17. A modular oxygen supply system in accordance claim 13, wherein the electric connection of the electric contact of each individual module to the data line of the module skeleton is designed as an electric plug-in connection.
18. A modular oxygen supply system in accordance with claim 15, wherein the plug-in connections between the gas-carrying lines of the individual module to those of the module skeleton are also used for the electric contacting between the electric contact and the data line.
Description
FIELD OF THE INVENTION

The present invention pertains to a modular oxygen supply system generally and also to a modular oxygen supply system used onboard airplanes to supply the crew and the passengers with oxygen.

BACKGROUND OF THE INVENTION

An oxygen supply system of modular design for industrial applications has become known from U.S. Pat. No. 5,605,179 entitled “Integrated Gas Panel.” A plurality of modules of such a system are connected in a compact arrangement via gas lines.

Oxygen generators, which are used to supply the crew and the passengers with oxygen, have been used onboard airplanes for some time. Also known are oxygen generators that concentrate the oxygen from the ambient air, especially the tapped air of the engine, by means of pressure change adsorption, so that product gas enriched with oxygen is subsequently fed into the breathing air. The prior-art oxygen generators are dimensioned corresponding to the size of the crew and the possible passenger capacity of the particular aircraft model and are permanently installed there.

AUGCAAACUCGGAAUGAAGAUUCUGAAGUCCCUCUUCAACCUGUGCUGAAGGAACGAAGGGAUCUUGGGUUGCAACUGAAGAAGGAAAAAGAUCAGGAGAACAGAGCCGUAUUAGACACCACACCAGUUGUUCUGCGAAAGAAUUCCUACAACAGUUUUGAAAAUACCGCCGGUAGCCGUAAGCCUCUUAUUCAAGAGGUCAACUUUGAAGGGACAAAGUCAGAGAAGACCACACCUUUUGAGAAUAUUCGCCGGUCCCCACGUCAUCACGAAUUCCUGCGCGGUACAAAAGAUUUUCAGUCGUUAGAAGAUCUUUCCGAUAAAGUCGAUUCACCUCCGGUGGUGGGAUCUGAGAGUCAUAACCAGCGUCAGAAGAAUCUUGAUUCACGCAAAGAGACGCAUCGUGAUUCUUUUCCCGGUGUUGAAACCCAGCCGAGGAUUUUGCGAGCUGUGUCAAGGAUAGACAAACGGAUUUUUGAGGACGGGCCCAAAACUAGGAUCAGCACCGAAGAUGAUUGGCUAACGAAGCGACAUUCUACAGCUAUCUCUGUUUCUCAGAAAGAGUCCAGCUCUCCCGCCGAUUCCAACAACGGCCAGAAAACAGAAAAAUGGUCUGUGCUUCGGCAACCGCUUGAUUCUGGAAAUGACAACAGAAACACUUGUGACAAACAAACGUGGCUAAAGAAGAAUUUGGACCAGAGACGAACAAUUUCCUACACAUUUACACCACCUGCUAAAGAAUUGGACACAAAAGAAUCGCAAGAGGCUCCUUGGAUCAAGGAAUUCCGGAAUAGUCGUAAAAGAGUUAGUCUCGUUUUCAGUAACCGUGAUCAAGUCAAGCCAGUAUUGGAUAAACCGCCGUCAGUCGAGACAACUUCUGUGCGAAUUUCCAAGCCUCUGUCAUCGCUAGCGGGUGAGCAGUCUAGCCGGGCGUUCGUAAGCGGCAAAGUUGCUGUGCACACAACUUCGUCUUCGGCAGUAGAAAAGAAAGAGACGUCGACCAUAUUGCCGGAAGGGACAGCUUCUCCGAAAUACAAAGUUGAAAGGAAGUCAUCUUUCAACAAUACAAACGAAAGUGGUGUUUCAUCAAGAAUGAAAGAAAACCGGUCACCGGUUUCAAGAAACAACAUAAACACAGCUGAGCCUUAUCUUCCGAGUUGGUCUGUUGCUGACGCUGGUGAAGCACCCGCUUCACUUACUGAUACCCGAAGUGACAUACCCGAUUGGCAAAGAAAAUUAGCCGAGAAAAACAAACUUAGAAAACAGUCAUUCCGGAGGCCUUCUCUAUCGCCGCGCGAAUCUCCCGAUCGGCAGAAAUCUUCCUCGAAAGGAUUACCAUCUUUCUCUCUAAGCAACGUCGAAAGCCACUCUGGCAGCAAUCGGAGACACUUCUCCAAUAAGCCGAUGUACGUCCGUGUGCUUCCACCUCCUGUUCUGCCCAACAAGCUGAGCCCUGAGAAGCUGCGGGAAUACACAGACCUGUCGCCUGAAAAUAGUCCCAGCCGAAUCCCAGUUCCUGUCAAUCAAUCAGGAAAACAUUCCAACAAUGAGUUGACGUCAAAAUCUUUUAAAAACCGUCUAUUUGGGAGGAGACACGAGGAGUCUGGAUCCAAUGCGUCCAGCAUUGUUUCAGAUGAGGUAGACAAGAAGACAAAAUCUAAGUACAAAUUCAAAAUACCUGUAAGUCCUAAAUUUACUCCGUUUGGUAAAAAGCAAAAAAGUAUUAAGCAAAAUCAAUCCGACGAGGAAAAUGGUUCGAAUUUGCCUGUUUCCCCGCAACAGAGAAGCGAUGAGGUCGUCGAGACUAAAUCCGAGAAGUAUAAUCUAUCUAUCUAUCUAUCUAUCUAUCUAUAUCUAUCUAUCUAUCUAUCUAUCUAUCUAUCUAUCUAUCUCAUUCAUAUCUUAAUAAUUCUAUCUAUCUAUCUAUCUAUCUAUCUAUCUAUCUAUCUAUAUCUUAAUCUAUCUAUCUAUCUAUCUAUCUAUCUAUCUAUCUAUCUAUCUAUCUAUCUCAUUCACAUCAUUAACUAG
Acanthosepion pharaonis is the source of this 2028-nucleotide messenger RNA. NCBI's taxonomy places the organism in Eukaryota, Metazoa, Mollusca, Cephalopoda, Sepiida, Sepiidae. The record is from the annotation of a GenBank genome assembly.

SUMMARY OF THE INVENTION

The object of the present invention is to provide a modular oxygen supply system, which can be flexibly adapted to the particular needs of an aircraft.

According to the invention, a modular oxygen supply system is provided comprising at least one module skeleton with a baseplate with frames arranged in parallel to one another. The system includes supply lines for ambient air with air connections for taking off the air, first gas lines for oxygen with first gas connections for taking up the oxygen and second gas lines for outgoing air with second gas connections for taking up outgoing air. Rack guides with data lines are provided. At least one individual module can be pushed into the module skeleton. Each individual module has at least one molecular sieve container fastened on a baseplate with the gas connections and with an electric contact. Each individual module has a gas treatment unit for the ambient air fed in. A pressure reducer and a multiple-way valve as well as an oxygen reservoir are arranged downstream of the molecular sieve container or containers connected in parallel. Each individual module is pushed into the module skeleton and is connected via the gas connections to a supply line for the ambient air, to a first gas line for oxygen and to a second gas line for the outgoing air. The electric contact of the individual module is connected to the data line of the module skeleton.